There, I’ve said it. At the risk of offending the world’s increasing army of hypersensitive PC-crazed snowflakes, I am proudly and unapologetically identifying as a male.
I realise that for some people, this admission alone is currently tantamount to having me fired, arrested and possibly publicly executed.
Think I’m being ridiculous?
Last night, popular US Teen Vogue writer Emily Lindin tweeted this to her 22,000 followers: ‘Here’s an unpopular opinion. I’m not actually at all concerned about innocent men losing their jobs over false sexual assault/harassment allegations.’
So yes, for some people like Ms Lindin, just being a man right now is enough to warrant a career and life being wrongly destroyed.
She is the very worst kind of radical feminist, the kind that hates men so much it blinds her even to basic fairness and justice.
Yet Ms Lindin’s tweet wasn’t even the most outrageous gender-related thing I read today.
No, that accolade goes to a speech by Natasha Devon, former British government mental health tsar, to the UK Girls’ School Association annual conference.
In it, she advised that teachers should no longer refer to female students as ‘girls’ or ‘ladies’, or to male students as ‘boys’.
Ms Devon explained: ‘I would never walk into a room in an all girls’ school and say girls or ladies because it would be patronising.’
She added: ‘I don’t think it’s useful to be constantly reminded of your gender all the time and all the stereotypes that go with it.’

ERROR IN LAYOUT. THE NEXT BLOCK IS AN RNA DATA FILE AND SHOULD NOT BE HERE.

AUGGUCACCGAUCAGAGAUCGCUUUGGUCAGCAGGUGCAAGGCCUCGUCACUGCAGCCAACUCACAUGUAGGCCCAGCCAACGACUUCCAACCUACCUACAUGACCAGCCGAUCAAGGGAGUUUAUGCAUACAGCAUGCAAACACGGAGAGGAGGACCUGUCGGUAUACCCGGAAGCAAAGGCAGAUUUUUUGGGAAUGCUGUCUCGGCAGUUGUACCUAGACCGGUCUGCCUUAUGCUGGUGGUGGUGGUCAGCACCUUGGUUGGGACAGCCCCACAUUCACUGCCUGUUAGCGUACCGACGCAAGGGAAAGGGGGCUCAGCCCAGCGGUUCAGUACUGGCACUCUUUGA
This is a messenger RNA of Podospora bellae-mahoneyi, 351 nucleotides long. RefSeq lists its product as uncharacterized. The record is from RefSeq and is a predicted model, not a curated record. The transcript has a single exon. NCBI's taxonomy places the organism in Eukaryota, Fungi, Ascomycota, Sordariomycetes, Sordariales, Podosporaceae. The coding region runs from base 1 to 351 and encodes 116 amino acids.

Warming to her theme, Ms Devon stated that ‘boys’ holds connotations of being macho and not talking about feelings, whereas ‘girls’ prompts a sense that everything must be done perfectly, which can stress them out.
Today, she doubled down on her comments after they sparked a furious reaction.
‘There are several unfortunate, negative and largely unconscious connotations attached to gender,’ she tweeted. ‘In that context, the words ‘boy’ and ‘girl’ can come with a whole heap of invisible expectation which can stifle and cause anxiety in young people.’
I’ve never heard such utter garbage in my entire life, and given I judged talent shows for six years that is a very high bar of garbage.
Speaking as a father of four children – three boys and a girl – I’ll tell you what I think might just cause young kids more anxiety than being called ‘boys’ and ‘girls’ – and that is telling them they CAN’T be called ‘boys’ and ‘girls’.
The simple reason is they were born boys and girls.
Yes, they were all handed to the their proud parents at birth with the words ‘Congratulations, you have a little boy’ or ‘Congratulations, you have a little girl.’
Not, ‘Congratulations, you have a non-binary, gender fluid creature of indeterminate sexuality.’
These children will have spent years happily being boys and girls, and for the vast majority of them that’s exactly how they wish to remain.
To banish these descriptive terms now is to the first step to banishing gender altogether, thus disrupting and destroying one of society’s strongest and until now, least contentious norms: i.e. that we’re all either male or female.
I suspect the real reason for Natasha Devon’s speech can be found buried away as almost an afterthought. She said she was also advising the abandonment of the terms ‘boys’ and ‘girls’ to protect the feelings of transgender children. ‘You can’t presume that because somebody presents as a gender,’ she insisted, ‘then that’s what they are.’
Erm, yes you can actually.
A girl ‘presenting’ as a girl is a girl and a boy ‘presenting’ as a boy is a boy.
This belief doesn’t make me transphobic, as some seem to think.